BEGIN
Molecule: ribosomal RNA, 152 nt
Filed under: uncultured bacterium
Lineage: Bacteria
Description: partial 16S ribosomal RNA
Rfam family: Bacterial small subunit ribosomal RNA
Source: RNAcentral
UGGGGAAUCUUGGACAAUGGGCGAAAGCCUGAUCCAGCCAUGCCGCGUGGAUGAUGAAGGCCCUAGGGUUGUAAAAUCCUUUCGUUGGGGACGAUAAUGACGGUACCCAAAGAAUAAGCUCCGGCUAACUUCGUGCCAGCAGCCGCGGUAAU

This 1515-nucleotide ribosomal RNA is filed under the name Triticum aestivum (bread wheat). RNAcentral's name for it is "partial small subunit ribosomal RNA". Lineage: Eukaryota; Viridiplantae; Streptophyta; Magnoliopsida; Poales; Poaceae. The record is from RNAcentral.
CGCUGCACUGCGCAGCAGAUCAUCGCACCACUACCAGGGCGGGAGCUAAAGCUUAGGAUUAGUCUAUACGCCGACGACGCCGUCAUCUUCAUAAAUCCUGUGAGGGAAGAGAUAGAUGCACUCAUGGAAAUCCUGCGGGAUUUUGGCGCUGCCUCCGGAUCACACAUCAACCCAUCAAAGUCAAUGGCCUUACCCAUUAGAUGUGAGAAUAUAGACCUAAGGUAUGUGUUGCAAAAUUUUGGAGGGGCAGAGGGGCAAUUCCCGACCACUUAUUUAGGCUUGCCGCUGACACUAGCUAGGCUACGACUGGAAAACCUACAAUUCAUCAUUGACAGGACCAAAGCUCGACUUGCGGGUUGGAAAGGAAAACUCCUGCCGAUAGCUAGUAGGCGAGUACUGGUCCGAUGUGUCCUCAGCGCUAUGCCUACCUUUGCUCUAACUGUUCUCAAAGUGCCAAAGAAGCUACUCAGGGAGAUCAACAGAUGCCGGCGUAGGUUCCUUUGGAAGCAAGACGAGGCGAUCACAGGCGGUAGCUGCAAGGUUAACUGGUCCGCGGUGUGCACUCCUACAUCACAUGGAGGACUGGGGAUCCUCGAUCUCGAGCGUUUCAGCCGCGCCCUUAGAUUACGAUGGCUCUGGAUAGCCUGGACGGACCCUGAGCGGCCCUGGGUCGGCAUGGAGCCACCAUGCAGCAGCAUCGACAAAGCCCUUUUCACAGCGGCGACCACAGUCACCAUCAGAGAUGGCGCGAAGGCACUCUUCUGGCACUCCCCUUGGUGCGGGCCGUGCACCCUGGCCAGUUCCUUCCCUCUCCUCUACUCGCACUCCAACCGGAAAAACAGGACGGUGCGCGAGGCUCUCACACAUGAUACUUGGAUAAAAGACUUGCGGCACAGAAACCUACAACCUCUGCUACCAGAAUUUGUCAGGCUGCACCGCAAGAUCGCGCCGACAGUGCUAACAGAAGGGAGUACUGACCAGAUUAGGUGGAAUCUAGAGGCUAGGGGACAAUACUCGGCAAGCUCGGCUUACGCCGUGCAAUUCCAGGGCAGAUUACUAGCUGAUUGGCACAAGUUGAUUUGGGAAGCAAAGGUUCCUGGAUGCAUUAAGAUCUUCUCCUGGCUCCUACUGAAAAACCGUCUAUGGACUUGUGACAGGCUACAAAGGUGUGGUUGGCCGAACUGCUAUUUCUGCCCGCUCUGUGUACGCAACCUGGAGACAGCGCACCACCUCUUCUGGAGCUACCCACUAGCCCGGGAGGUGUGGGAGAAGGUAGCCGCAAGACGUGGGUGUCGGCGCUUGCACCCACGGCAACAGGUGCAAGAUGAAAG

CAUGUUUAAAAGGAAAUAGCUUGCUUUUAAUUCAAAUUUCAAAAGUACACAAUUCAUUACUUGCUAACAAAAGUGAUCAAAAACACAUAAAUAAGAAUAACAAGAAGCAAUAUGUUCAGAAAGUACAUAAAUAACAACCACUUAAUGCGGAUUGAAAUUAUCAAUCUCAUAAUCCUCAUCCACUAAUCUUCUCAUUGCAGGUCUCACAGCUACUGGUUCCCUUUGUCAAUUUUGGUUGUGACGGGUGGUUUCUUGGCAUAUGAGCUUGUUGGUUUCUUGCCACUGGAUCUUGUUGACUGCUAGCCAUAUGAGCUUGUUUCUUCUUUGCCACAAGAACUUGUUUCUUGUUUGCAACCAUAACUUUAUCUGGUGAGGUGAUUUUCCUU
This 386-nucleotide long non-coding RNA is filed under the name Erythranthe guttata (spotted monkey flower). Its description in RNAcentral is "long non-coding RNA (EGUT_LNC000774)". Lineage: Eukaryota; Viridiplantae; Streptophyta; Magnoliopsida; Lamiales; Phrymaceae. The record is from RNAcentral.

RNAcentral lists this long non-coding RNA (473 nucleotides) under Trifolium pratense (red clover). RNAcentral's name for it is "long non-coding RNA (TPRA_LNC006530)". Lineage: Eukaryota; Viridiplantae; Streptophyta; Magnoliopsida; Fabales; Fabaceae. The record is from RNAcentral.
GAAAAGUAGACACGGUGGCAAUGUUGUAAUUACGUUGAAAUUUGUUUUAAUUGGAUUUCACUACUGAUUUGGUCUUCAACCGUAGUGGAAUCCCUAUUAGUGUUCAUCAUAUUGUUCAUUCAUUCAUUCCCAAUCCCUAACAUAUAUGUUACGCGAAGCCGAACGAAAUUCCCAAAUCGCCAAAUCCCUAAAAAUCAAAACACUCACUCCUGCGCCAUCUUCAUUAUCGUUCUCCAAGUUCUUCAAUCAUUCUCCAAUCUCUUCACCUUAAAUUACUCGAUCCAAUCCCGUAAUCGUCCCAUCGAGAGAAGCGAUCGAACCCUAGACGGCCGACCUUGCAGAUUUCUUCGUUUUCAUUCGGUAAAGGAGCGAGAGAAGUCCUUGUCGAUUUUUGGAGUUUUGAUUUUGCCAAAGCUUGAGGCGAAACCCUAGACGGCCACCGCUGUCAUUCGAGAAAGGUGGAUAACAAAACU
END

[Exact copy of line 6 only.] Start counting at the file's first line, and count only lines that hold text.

Source: RNAcentral